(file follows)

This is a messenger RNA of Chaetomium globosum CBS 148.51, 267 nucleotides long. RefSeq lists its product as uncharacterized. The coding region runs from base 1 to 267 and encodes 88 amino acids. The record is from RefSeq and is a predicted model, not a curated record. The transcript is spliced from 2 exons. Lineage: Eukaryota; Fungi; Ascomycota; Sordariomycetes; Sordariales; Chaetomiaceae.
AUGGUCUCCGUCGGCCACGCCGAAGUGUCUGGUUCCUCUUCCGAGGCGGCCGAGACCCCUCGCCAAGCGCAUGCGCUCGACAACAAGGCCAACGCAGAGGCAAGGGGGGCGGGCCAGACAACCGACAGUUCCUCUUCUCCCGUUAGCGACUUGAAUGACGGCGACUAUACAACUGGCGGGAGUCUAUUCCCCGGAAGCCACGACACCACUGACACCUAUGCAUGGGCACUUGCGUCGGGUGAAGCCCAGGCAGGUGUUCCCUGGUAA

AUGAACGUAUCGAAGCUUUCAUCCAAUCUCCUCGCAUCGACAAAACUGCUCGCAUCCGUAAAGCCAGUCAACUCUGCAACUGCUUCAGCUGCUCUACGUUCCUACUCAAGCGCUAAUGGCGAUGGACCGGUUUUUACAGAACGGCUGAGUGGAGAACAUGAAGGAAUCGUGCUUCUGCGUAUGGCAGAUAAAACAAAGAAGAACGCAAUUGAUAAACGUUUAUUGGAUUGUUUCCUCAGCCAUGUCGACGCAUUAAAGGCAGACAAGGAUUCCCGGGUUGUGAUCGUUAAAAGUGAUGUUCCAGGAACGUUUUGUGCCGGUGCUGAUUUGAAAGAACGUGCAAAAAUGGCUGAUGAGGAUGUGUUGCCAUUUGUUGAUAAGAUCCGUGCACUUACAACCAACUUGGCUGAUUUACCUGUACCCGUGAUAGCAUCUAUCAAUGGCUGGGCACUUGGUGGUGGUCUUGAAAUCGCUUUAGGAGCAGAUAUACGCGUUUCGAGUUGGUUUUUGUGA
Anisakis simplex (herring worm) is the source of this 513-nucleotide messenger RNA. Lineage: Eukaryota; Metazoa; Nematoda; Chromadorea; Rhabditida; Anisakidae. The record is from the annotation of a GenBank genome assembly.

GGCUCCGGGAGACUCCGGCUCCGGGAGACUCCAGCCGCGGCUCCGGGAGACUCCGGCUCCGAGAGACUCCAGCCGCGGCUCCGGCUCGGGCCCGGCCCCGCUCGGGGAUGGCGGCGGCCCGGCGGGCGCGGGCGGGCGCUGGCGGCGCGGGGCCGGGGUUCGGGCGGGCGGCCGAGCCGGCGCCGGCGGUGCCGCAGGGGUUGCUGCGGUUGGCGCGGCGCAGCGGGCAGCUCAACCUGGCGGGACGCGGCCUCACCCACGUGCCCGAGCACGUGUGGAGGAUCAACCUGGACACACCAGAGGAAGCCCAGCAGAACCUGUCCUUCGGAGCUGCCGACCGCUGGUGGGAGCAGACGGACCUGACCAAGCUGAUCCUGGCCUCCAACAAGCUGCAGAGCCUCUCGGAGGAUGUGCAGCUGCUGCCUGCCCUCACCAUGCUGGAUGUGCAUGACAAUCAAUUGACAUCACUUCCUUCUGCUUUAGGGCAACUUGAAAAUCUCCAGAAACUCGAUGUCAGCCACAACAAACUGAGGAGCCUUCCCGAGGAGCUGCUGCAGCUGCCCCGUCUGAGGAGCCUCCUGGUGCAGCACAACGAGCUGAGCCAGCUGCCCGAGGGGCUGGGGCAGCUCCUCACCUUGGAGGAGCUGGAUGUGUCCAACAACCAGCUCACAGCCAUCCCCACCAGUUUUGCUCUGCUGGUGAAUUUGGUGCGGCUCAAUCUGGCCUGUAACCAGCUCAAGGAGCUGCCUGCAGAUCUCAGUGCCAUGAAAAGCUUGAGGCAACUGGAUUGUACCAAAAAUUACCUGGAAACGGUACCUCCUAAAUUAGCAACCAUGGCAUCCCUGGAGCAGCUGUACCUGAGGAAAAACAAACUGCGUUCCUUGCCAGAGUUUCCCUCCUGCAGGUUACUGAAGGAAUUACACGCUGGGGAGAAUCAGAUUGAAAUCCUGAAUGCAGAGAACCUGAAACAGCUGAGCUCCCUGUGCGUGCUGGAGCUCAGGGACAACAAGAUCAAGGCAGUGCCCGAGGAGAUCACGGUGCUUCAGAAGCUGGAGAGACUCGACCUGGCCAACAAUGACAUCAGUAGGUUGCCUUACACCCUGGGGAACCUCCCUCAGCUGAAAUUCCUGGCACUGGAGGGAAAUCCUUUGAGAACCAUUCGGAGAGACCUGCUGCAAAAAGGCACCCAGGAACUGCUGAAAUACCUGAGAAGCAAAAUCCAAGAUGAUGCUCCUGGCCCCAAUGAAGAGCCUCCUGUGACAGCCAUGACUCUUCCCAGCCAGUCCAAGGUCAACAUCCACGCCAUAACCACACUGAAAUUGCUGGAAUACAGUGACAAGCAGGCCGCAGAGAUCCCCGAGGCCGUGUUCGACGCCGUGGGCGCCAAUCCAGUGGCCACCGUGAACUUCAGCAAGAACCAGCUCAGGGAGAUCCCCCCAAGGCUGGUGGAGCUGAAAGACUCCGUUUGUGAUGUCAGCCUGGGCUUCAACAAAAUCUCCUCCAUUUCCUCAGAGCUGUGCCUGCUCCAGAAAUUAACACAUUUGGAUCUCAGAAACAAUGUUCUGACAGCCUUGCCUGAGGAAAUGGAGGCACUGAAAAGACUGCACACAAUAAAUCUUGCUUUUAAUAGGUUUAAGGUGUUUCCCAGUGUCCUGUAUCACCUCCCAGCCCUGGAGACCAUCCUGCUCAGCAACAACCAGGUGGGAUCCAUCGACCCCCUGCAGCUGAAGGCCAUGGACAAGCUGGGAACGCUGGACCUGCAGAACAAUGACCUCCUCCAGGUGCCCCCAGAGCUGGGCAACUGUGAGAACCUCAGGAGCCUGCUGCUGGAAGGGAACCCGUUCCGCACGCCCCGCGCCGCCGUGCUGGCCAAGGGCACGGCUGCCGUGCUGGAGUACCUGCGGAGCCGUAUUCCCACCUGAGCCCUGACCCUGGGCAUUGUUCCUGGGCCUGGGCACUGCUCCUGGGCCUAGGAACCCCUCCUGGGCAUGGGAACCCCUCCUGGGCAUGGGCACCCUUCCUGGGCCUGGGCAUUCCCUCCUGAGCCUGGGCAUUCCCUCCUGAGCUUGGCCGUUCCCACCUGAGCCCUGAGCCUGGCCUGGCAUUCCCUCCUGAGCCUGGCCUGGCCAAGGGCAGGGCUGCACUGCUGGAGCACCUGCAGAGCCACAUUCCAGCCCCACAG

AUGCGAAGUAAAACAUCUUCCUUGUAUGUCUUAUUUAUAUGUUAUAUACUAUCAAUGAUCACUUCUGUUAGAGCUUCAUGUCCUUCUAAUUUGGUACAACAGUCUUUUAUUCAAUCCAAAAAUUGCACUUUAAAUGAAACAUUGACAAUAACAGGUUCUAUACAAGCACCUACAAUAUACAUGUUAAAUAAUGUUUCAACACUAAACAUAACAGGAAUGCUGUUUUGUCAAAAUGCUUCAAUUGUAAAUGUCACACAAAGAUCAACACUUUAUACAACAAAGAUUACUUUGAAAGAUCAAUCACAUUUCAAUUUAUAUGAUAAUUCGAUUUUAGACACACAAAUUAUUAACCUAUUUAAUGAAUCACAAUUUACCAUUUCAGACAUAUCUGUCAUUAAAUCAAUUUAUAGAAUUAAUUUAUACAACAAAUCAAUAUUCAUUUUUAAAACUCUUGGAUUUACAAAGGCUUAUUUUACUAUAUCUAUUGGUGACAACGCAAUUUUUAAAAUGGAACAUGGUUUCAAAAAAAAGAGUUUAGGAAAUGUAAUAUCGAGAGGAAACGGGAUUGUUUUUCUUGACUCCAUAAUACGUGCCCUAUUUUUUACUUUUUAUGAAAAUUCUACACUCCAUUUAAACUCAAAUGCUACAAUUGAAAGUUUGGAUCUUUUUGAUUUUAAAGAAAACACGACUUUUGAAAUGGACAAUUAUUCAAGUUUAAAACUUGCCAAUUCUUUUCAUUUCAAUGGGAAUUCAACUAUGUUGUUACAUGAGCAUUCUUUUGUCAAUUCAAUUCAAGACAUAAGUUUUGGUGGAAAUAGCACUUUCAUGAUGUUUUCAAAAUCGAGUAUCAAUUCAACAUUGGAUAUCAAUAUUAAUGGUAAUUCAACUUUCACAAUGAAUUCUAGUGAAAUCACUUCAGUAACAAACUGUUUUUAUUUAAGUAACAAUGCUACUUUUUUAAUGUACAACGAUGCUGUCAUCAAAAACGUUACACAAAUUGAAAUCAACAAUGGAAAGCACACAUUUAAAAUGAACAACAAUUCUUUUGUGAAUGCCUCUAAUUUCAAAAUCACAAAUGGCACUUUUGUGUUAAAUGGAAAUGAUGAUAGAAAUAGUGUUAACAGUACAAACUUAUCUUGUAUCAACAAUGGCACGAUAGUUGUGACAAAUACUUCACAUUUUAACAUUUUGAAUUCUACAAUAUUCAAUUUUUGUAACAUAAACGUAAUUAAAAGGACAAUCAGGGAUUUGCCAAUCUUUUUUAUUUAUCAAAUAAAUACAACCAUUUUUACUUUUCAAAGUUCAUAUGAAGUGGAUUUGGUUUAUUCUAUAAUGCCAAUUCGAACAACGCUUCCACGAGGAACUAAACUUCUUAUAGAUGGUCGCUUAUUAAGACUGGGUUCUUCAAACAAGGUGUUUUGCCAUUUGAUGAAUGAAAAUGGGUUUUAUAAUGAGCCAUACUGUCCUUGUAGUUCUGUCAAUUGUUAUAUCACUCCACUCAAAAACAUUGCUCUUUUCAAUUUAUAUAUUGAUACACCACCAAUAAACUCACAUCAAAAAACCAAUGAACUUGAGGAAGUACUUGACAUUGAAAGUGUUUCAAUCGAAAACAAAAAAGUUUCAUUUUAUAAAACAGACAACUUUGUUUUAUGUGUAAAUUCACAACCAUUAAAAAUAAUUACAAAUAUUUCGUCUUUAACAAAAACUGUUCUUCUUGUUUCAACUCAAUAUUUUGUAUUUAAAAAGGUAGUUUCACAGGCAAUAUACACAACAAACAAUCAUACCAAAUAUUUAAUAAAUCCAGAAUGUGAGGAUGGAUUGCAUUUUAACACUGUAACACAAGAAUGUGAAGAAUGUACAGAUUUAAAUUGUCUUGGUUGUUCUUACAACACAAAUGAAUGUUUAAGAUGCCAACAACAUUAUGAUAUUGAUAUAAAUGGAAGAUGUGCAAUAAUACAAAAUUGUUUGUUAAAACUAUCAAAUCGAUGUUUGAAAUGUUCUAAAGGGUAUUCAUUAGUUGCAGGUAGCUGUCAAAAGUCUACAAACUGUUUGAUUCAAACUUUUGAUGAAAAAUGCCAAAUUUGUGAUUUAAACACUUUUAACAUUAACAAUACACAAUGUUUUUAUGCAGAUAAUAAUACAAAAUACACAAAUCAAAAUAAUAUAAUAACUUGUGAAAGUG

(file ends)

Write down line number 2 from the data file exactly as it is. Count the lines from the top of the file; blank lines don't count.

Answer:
AUGGUCUCCGUCGGCCACGCCGAAGUGUCUGGUUCCUCUUCCGAGGCGGCCGAGACCCCUCGCCAAGCGCAUGCGCUCGACAACAAGGCCAACGCAGAGGCAAGGGGGGCGGGCCAGACAACCGACAGUUCCUCUUCUCCCGUUAGCGACUUGAAUGACGGCGACUAUACAACUGGCGGGAGUCUAUUCCCCGGAAGCCACGACACCACUGACACCUAUGCAUGGGCACUUGCGUCGGGUGAAGCCCAGGCAGGUGUUCCCUGGUAA